- firstly calculating your projected annual assessable income from all sources, wages, interest, dividends, rental property rent etc, and
- calculating your projected annual allowable deductions for work related expenses, interest and dividend expenses, rental property expenses including borrowing costs and depreciation claims and any other allowable deduction, and
- reporting the above to the Australian Taxation Office.
It is very important that the calculation of the projected taxable income reduction be accurate, otherwise the Australian Taxation Office will penalise the taxpayer for lodging an incorrect variation. Similarly, it is very important that the Australian Taxation Office be advised of any change of taxpayer income or expenses which may have occurred after lodging the Application for Variation of PAYG Withholding so that penalties do not apply. It is for these reasons that we recommend you speak with your accountant to assist in the preparation of the Application for Variation of PAYG Withholding and to take a conservative approach to the calculations.
This process is required to be done each year and can be a little slow as the ATO will often take up to 28 days to process your application. The first time that you complete the form, arrange to have it completed as early in the year as possible. In the following years it is prudent to start the process around late May so that the variation can be effective from the start of the financial year.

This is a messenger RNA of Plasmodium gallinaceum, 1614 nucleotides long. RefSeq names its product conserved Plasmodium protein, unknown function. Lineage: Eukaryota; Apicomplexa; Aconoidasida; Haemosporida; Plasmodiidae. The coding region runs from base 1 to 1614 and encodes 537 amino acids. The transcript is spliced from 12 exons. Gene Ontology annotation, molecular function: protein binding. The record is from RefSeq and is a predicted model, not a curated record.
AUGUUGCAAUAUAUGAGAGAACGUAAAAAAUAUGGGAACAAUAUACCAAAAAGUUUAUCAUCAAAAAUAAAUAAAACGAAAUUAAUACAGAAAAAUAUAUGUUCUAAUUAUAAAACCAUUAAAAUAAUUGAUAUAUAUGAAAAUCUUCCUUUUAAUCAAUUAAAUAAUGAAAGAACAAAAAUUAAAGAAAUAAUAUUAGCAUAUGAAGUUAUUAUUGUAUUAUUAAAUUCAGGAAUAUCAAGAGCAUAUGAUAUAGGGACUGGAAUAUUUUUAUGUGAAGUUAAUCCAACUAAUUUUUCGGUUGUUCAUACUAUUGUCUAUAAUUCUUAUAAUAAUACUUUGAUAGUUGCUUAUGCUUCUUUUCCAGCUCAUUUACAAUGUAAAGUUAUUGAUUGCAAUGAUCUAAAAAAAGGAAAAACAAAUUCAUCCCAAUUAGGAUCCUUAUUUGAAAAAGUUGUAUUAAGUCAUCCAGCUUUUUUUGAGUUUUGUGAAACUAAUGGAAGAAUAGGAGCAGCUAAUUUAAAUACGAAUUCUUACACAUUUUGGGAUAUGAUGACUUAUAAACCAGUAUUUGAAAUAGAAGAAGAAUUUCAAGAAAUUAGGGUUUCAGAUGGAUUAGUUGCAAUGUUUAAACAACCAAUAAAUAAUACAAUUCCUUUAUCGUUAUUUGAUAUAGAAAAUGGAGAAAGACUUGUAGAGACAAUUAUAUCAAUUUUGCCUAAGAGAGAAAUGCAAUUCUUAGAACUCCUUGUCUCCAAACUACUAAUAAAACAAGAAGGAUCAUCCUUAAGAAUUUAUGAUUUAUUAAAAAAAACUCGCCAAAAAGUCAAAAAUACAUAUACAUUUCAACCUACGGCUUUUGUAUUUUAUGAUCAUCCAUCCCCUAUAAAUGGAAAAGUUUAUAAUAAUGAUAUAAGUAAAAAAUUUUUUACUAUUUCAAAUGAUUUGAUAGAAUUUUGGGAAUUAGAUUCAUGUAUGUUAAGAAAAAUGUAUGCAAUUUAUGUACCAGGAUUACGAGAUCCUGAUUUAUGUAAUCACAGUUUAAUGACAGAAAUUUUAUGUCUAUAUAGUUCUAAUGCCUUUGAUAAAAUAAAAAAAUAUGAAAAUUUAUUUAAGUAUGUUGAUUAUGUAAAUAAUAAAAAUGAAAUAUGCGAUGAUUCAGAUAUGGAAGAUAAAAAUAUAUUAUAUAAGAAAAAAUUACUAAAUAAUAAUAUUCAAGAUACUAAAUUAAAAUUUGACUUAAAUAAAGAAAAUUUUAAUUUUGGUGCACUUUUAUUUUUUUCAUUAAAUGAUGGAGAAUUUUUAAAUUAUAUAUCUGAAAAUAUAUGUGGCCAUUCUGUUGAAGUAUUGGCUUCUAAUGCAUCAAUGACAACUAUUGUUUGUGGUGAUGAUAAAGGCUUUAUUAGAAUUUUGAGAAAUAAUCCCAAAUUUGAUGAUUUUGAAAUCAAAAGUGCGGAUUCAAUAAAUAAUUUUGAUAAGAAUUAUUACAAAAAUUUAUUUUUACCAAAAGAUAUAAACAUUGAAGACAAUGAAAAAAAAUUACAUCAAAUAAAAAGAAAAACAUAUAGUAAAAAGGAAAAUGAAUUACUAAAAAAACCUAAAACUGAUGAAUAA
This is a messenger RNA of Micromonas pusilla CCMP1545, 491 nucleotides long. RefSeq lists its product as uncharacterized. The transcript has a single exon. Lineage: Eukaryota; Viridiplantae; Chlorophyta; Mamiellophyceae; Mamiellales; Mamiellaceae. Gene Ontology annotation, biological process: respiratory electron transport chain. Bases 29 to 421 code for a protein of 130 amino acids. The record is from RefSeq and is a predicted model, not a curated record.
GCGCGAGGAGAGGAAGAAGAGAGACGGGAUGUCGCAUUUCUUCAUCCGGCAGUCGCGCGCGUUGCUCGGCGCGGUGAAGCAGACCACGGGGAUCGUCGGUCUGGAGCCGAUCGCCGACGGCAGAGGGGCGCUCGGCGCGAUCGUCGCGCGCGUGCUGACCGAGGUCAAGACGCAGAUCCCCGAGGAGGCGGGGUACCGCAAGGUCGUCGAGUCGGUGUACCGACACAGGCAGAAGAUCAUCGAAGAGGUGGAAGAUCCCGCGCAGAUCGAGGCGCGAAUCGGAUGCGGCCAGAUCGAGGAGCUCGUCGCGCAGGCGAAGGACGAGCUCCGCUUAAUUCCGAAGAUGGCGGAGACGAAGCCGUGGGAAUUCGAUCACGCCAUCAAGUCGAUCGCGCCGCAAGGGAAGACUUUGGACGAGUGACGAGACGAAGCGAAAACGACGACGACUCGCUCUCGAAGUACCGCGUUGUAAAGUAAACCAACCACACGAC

The ATO will advise your employer how much tax to take out of your salary and therefore creating the benefit. If you change employers you will be required to apply again, so keep this in mind.
So the Taxation Variation Authority can be used to ease your cash flow burdens during the financial year, very important for property investors. The tax variation varies the amount of tax withheld from your wages by way of estimating your total end of financial year tax position in advance. Therefore, rather than getting a lump sum refund at the end of the year you receive it evenly throughout the financial year.
This is just one of the Investment Property tax benefits that wise property investors take advantage of and part of the Success In Property strategy for our clients.
If you are ready to discuss getting started in Property Investment or simply just wanting to review your property investment portfolio then call us on 1300 858665.
Original article published at www.successinproperty.com.au/blog by +Geoff Doyle 12/11/2013